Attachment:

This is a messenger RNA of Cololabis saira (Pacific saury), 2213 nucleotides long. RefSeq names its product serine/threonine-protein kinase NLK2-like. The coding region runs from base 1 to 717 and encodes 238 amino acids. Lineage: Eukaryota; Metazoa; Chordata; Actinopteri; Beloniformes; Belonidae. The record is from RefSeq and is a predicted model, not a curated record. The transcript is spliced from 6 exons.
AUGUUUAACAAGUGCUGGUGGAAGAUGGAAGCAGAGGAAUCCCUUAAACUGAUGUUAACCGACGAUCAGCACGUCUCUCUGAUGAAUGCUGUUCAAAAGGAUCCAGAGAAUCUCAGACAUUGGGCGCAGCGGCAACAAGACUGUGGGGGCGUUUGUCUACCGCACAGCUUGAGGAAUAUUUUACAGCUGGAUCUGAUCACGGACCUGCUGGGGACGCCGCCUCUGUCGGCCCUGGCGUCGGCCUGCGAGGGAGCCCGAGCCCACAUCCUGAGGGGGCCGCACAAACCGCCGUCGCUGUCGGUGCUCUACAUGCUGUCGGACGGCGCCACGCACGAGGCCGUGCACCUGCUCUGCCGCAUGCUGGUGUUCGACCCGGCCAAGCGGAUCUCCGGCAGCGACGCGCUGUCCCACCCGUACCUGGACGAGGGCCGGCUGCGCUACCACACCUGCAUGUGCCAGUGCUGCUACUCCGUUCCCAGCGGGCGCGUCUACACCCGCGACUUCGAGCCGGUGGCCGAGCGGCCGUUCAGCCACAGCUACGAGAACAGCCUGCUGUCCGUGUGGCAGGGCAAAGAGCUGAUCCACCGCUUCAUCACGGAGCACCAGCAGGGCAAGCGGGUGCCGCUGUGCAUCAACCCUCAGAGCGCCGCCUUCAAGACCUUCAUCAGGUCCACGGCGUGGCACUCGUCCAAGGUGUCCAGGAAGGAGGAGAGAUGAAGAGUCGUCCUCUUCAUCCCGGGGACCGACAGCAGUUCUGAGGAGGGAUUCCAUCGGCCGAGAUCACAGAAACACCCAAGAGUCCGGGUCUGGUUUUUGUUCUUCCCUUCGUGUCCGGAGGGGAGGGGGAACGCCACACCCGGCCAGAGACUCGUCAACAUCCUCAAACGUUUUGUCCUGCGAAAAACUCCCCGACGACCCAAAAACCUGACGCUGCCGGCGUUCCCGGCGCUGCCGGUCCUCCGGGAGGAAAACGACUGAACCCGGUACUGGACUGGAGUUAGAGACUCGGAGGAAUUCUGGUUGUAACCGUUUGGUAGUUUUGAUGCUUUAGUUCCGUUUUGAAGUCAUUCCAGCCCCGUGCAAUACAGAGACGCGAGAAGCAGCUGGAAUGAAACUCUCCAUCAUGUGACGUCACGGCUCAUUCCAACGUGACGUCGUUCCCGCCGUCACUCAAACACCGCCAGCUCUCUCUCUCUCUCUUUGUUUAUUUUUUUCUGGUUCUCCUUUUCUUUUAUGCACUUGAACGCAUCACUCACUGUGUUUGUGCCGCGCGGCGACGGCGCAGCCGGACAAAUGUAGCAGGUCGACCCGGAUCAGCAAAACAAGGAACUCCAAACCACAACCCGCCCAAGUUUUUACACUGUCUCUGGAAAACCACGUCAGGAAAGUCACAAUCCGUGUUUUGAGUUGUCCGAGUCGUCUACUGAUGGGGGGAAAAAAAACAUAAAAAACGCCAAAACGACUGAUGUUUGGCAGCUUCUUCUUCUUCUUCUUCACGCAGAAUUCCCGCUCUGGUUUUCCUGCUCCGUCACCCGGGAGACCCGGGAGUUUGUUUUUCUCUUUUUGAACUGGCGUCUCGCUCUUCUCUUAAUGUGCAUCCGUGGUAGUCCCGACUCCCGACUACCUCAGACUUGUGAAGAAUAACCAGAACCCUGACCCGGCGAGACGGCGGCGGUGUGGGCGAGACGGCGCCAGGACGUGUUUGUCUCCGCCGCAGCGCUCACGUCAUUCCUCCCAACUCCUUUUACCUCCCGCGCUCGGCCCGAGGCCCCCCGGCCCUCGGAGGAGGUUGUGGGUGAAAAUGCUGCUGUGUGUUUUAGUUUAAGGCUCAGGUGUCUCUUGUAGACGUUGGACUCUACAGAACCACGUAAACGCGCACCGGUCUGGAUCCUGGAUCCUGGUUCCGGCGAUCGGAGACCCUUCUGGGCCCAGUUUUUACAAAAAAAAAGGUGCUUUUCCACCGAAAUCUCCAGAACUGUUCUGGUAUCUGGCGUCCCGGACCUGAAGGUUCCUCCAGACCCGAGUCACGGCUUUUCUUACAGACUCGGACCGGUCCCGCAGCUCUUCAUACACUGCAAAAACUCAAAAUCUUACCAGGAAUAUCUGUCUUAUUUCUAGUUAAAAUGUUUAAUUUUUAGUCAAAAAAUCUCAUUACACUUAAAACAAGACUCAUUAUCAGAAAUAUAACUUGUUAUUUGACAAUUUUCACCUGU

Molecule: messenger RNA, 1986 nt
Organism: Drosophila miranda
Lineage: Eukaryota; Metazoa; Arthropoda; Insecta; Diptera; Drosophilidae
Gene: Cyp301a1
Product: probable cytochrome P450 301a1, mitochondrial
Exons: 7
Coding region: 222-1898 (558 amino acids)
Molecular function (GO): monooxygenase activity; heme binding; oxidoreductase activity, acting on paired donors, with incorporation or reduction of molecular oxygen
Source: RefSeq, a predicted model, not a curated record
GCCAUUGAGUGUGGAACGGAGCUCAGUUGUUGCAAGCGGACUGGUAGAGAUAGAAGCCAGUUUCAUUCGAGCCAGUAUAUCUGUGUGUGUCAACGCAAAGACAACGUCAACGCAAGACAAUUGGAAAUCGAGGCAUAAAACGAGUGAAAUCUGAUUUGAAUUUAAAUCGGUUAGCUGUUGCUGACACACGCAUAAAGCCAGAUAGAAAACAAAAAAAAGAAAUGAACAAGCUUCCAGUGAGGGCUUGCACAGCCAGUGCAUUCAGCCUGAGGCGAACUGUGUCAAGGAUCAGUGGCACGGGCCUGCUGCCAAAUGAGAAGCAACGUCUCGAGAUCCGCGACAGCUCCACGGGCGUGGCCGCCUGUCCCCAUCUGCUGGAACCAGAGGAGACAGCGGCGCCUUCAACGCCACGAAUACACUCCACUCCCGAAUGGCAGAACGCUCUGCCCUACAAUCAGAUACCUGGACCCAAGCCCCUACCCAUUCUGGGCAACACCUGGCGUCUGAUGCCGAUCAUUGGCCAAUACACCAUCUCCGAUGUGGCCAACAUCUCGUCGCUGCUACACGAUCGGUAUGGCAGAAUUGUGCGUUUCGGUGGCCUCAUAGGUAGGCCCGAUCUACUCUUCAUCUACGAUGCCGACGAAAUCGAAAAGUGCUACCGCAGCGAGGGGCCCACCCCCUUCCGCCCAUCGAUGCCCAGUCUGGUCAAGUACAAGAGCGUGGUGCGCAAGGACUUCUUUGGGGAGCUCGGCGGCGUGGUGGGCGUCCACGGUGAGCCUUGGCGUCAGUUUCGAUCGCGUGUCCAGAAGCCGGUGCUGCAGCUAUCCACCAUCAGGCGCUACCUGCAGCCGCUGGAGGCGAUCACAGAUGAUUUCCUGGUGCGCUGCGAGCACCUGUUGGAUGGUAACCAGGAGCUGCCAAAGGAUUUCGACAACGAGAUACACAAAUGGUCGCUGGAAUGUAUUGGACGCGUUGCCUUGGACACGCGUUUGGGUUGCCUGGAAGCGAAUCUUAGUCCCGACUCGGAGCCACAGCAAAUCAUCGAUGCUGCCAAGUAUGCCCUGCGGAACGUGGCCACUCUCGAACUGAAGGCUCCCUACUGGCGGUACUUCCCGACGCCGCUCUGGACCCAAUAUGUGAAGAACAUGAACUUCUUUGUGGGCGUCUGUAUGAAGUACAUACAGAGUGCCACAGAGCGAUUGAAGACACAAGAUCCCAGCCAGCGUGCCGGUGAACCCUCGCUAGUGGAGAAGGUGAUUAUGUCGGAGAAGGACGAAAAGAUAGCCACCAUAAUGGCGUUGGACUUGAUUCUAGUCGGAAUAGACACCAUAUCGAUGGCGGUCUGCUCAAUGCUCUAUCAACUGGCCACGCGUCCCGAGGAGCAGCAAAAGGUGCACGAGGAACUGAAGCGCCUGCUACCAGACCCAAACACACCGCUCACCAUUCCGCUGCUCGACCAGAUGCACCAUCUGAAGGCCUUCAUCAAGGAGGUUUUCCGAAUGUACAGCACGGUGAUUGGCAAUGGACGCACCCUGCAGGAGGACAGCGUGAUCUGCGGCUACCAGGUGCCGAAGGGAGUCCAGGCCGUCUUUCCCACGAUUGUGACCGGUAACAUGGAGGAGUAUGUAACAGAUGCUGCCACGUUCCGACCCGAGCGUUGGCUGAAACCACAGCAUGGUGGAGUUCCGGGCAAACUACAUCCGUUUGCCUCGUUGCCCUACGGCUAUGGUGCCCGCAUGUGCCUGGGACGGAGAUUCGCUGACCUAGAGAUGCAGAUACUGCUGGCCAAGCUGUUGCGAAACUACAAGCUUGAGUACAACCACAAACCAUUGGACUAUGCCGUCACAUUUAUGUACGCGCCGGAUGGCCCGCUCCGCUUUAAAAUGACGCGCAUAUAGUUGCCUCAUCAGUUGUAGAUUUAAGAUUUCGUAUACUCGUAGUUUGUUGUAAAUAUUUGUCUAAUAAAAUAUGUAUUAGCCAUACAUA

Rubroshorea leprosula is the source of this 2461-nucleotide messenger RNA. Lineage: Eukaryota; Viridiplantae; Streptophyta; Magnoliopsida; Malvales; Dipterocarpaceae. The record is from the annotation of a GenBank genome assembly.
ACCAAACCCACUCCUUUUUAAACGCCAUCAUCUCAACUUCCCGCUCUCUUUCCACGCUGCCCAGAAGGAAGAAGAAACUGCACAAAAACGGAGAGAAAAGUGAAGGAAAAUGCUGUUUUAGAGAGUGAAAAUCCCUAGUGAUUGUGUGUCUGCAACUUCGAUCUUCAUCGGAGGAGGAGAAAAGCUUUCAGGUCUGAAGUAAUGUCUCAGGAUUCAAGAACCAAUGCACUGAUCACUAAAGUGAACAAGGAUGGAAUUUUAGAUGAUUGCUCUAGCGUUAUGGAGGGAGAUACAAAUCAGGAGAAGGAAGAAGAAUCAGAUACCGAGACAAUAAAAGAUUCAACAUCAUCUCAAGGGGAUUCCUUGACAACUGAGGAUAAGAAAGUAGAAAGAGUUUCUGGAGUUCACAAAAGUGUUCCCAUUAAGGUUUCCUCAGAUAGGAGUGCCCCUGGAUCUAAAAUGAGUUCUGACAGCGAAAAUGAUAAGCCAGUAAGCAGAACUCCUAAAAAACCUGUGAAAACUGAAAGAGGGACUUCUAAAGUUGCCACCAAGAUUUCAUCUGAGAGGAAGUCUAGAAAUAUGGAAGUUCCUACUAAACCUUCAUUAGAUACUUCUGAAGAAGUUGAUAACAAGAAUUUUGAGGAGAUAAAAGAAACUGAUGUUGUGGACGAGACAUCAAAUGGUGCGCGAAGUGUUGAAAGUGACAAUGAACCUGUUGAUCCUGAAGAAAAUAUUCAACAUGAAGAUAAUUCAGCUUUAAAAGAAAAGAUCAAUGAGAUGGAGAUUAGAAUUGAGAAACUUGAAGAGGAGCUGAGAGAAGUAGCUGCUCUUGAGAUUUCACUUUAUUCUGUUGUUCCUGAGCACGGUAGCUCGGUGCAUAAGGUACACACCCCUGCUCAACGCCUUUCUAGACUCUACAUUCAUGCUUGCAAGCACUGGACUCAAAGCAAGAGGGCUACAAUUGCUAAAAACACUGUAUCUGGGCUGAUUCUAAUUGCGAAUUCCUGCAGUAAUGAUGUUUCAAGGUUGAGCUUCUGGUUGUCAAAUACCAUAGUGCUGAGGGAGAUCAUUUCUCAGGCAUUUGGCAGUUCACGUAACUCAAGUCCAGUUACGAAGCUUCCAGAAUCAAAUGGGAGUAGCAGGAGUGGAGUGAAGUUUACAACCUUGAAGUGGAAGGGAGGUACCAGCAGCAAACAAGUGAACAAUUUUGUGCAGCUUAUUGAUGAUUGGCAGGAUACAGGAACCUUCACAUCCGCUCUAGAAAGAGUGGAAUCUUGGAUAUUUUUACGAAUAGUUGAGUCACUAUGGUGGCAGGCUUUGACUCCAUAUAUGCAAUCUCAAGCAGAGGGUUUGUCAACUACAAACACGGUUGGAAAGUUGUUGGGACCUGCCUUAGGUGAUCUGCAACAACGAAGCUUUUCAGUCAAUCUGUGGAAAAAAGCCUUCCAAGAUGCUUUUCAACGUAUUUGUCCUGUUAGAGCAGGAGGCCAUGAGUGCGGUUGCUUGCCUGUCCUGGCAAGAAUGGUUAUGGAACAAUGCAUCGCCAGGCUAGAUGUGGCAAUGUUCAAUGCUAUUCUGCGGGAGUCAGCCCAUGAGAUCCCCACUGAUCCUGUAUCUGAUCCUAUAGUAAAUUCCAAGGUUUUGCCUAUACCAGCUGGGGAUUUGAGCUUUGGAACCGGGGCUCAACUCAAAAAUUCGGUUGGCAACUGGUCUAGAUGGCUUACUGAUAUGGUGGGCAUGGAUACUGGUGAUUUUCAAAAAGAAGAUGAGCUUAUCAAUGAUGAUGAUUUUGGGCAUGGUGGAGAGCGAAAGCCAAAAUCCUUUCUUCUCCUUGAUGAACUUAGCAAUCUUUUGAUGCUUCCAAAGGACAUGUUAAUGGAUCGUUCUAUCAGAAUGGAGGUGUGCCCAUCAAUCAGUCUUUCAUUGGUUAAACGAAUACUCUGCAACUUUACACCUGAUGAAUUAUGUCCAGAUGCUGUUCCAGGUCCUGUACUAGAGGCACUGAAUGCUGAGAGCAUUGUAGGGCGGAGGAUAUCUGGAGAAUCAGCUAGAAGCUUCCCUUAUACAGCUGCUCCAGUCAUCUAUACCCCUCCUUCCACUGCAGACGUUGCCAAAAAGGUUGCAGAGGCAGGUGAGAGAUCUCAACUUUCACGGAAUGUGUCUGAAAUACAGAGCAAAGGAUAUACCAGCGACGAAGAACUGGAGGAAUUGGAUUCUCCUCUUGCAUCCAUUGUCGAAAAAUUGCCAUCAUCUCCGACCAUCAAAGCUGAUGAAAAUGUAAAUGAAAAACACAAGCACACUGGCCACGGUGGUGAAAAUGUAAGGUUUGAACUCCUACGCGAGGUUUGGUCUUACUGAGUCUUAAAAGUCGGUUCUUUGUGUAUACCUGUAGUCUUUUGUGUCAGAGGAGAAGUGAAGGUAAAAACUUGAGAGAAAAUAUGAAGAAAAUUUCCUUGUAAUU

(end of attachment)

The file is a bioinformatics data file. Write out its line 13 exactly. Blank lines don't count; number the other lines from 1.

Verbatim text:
Rubroshorea leprosula is the source of this 2461-nucleotide messenger RNA. Lineage: Eukaryota; Viridiplantae; Streptophyta; Magnoliopsida; Malvales; Dipterocarpaceae. The record is from the annotation of a GenBank genome assembly.